Okay … then why didn’t Arlen Specter demand hearings? At the very least, he could have forced more debate by opposing the cloture vote yesterday. Instead, he uses this lame excuse after Bloomberg found an embarrassingly objectionable provision in Porkulus yesterday:

Got that? Specter missed this because of a “rush to judgment,” a phrase first made popular by the late Johnnie Cochran in the OJ Simpson murder trial in 1995. It’s no less of a bad excuse here, mainly because Specter enabled the “rush” himself. Specter has survived a bout with cancer, which Megyn Kelly notes, and wonders why Specter would support a bill that forces doctors to get federal approval on treatments before discussing them with their patients. The answer? Specter apparently never read the bill before agreeing to cloture.

Here’s what Bloomberg found:

One new bureaucracy, the National Coordinator of Health Information Technology, will monitor treatments to make sure your doctor is doing what the federal government deems appropriate and cost effective. The goal is to reduce costs and “guide” your doctor’s decisions (442, 446). These provisions in the stimulus bill are virtually identical to what Daschle prescribed in his 2008 book, “Critical: What We Can Do About the Health-Care Crisis.” According to Daschle, doctors have to give up autonomy and “learn to operate less like solo practitioners.” …

Hospitals and doctors that are not “meaningful users” of the new system will face penalties.  “Meaningful user” isn’t defined in the bill. That will be left to the HHS secretary, who will be empowered to impose “more stringent measures of meaningful use over time” (511, 518, 540-541)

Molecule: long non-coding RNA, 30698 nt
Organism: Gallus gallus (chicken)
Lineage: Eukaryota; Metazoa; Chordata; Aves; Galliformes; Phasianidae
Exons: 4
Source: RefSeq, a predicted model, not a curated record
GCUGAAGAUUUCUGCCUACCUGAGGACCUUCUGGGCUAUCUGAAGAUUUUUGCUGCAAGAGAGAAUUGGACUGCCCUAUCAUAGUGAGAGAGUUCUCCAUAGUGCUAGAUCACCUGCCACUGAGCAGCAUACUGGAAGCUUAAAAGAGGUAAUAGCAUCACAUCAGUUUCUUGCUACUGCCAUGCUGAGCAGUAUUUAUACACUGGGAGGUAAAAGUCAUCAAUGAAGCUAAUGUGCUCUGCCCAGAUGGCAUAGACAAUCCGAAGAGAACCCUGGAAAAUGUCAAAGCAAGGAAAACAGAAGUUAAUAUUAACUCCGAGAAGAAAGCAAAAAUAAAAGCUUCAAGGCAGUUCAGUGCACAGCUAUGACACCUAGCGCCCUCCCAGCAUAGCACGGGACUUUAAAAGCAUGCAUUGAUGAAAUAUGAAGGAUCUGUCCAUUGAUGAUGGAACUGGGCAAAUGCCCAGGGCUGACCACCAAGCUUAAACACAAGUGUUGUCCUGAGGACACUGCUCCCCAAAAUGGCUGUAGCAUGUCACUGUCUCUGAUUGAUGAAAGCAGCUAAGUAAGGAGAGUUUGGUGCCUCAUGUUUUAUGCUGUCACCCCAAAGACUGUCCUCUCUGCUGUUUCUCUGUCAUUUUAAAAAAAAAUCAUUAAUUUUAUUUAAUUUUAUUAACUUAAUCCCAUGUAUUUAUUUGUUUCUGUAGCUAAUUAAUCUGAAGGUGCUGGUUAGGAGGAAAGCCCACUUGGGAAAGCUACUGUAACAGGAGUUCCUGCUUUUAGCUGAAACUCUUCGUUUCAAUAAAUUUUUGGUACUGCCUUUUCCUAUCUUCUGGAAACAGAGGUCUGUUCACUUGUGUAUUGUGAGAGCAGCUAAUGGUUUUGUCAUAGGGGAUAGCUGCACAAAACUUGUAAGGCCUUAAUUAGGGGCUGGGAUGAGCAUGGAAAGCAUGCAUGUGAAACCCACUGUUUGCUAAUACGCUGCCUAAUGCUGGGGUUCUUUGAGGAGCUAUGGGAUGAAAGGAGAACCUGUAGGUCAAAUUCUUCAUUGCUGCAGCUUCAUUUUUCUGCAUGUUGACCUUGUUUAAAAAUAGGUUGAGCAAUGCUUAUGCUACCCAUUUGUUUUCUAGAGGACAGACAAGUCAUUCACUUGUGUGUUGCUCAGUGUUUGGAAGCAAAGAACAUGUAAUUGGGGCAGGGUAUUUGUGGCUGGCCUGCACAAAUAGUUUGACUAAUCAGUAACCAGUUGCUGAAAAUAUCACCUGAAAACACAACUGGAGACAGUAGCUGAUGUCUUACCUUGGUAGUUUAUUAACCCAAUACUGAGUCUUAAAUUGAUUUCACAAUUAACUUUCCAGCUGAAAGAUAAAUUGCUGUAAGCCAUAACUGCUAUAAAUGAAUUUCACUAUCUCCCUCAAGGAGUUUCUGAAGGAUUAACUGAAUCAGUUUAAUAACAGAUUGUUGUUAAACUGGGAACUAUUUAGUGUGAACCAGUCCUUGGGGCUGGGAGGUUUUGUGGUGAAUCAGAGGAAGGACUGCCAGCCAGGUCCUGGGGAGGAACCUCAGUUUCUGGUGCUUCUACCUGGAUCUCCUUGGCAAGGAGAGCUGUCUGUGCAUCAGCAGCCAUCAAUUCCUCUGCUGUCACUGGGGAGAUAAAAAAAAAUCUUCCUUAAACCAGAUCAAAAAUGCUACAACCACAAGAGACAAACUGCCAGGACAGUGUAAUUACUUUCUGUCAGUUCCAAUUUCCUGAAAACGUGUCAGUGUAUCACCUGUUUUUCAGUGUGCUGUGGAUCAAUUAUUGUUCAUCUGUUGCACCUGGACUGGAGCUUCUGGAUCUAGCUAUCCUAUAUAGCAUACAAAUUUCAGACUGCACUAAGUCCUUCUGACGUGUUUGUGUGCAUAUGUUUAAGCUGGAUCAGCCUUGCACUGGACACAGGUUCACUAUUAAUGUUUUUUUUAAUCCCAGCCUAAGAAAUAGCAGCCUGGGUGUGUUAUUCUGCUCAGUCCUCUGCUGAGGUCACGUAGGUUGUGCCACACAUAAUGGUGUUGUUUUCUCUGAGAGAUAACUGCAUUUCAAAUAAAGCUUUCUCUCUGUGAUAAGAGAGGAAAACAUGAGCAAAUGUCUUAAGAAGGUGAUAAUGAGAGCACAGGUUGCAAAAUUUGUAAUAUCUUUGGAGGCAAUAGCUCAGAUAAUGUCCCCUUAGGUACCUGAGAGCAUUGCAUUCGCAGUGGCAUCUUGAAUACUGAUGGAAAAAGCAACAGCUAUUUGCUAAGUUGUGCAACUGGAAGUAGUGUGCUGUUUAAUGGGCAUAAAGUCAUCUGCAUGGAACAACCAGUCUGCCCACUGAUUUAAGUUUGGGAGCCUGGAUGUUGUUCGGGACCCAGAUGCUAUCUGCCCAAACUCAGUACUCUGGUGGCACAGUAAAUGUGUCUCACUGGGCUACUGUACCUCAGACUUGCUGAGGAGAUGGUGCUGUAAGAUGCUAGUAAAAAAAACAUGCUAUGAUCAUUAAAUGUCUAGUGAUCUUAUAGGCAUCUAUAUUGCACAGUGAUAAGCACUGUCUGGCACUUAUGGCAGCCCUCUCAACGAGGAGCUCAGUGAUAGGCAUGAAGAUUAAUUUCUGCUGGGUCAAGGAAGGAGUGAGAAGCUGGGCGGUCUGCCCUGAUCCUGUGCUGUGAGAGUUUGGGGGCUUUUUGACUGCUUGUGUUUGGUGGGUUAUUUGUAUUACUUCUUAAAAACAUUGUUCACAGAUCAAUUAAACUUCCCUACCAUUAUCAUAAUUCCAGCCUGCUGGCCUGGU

What penalties will deter your doctor from going beyond the electronically delivered protocols when your condition is atypical or you need an experimental treatment? The vagueness is intentional. In his book, Daschle proposed an appointed body with vast powers to make the “tough” decisions elected politicians won’t make.

The stimulus bill does that, and calls it the Federal Coordinating Council for Comparative Effectiveness Research (190-192). The goal, Daschle’s book explained, is to slow the development and use of new medications and technologies because they are driving up costs. He praises Europeans for being more willing to accept “hopeless diagnoses” and “forgo experimental treatments,” and he chastises Americans for expecting too much from the health-care system.

Basically, it tells Specter that he should have accepted death rather than expensive treatment, and that he’s a bad American for having survived.  His doctors would have faced penalties for attempting to cure him if the FCCCER didn’t approve their work.

And Specter voted for it. What a boob!

He’s not the only boob who didn’t read the bill before voting for an end to debate:

The clueless lead the clueless on Capitol Hill, and it will cost us a trillion dollars to watch the circus.